“Where do we go from here?” a student recently asked me. “We could rest on our political laurels, you know. We do have a few chocolate faces in the window panes.”
Correct, I thought. We have at least four Black U.S. congresspersons, six state Assembly members, two state senators, a state attorney general, one member of the Board of Equalization, six county supervisors, three county assessor-treasurers, six city mayors, nine vice mayors pro tems, 40 city councilpersons, 40 elected unified school board members, and 15 elected community college board members (although not one in Los Angeles), as of the last count. That’s out of an overall state population of 2.3 million African Americans, the fifth largest in the nation. “On paper, we’re really not doing badly, it seems,” I replied to the student.
But looking at the cup half empty or half full, we are still barely 5.8 percent of the California state population, down from 7.5 percent during the 1980s, and we have had a larger share of political authority in California at other times–we simply had more clout and respect. We also are declining in real population in Oakland, Los Angeles, San Francisco, San Diego and virtually every other major city in California except Sacramento.
More to the point, outside of individual initiative and effort, African Americans have no tangible way of even maintaining the political status we have, let alone expanding it. Other groups are clearly moving forward, according to the latest census and economic figures for California, while African Americans, when not moving backwards, seem to be definitively stuck in the mud and muck.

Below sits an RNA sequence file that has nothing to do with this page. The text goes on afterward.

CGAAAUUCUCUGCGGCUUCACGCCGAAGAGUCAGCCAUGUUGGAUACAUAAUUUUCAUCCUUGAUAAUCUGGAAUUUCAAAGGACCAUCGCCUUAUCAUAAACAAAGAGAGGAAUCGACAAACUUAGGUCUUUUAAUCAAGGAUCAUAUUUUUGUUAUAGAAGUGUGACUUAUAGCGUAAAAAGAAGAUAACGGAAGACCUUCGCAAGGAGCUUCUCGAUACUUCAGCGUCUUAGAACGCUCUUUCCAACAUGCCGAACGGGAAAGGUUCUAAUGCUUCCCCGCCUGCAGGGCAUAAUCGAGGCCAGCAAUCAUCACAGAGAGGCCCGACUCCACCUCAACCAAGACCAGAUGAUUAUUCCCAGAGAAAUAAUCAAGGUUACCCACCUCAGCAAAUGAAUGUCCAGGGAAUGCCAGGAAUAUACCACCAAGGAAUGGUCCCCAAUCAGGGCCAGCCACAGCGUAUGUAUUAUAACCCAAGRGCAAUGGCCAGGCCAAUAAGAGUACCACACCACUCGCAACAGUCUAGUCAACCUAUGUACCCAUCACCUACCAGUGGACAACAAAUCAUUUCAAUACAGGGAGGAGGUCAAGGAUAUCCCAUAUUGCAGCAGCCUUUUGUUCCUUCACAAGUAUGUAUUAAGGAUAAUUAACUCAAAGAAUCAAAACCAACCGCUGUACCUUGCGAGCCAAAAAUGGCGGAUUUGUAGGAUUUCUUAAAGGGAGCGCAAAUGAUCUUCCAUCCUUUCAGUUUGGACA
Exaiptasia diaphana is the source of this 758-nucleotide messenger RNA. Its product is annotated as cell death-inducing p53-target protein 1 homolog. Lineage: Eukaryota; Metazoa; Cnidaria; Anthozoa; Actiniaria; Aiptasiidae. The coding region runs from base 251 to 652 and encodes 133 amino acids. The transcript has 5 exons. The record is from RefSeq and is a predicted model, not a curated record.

We have two options: accept and surrender to our status and backward-moving dynamic, or become the political change we need, and do so immediately.
Marginalization and disregard are the inevitable result of the former; the self-reliant architecture of a more positive, beneficial fate will be the product of the latter.
Many of you will remember that in October 2010, OurWeekly and radio station KJLH’s “Front Page” helped to call together a community group that discussed and approved a California Black Agenda. That gathering morphed into a stable, standing political action group–the Council of Black Political Organizations (COBPO).
For those seeking the first steps forward on a necessary political journey, and those seeking to continue along that political path less trod, we invite you to engage the process on April 16 2011, at Los Angeles Southwest College, 1600 W. Imperial Blvd. at Western Avenue, in the College Theater. There, the COBPO, in association with the Political Science Students of Southwest (PSSW), is hosting a statewide political conference on getting things planned and getting things done.
The central theme of the gathering is, “Increasing the Participation of Black Americans in California Politics.” We will have keynoters on some things older that worked, and some things new that we should implement. We will discuss the role of a California Black Political Agenda in our present and in our future.
Former Cong. Mervyn Dymally will be there, as will state Sen. Curren Price and other current and elected officials, to interact with community members on moving forward. There will also be a surprise guest or two. The conference will convene promptly at 8:30 a.m. Saturday morning and end at 4:30 p.m. It is free to students and to the public. Go to www.cobpo.org for more details.
Don’t whine and don’t complain later if you don’t participate. You have your invitation.
Professor David L. Horne is founder and executive director of PAPPEI, the Pan African Public Policy and Ethical Institute, which is a new 501(c)(3) pending community-based organization or Non-Governmental Organization (NGO). It is the step-parent organization for the California Black Think Tank which still operates and which meets every fourth Friday.
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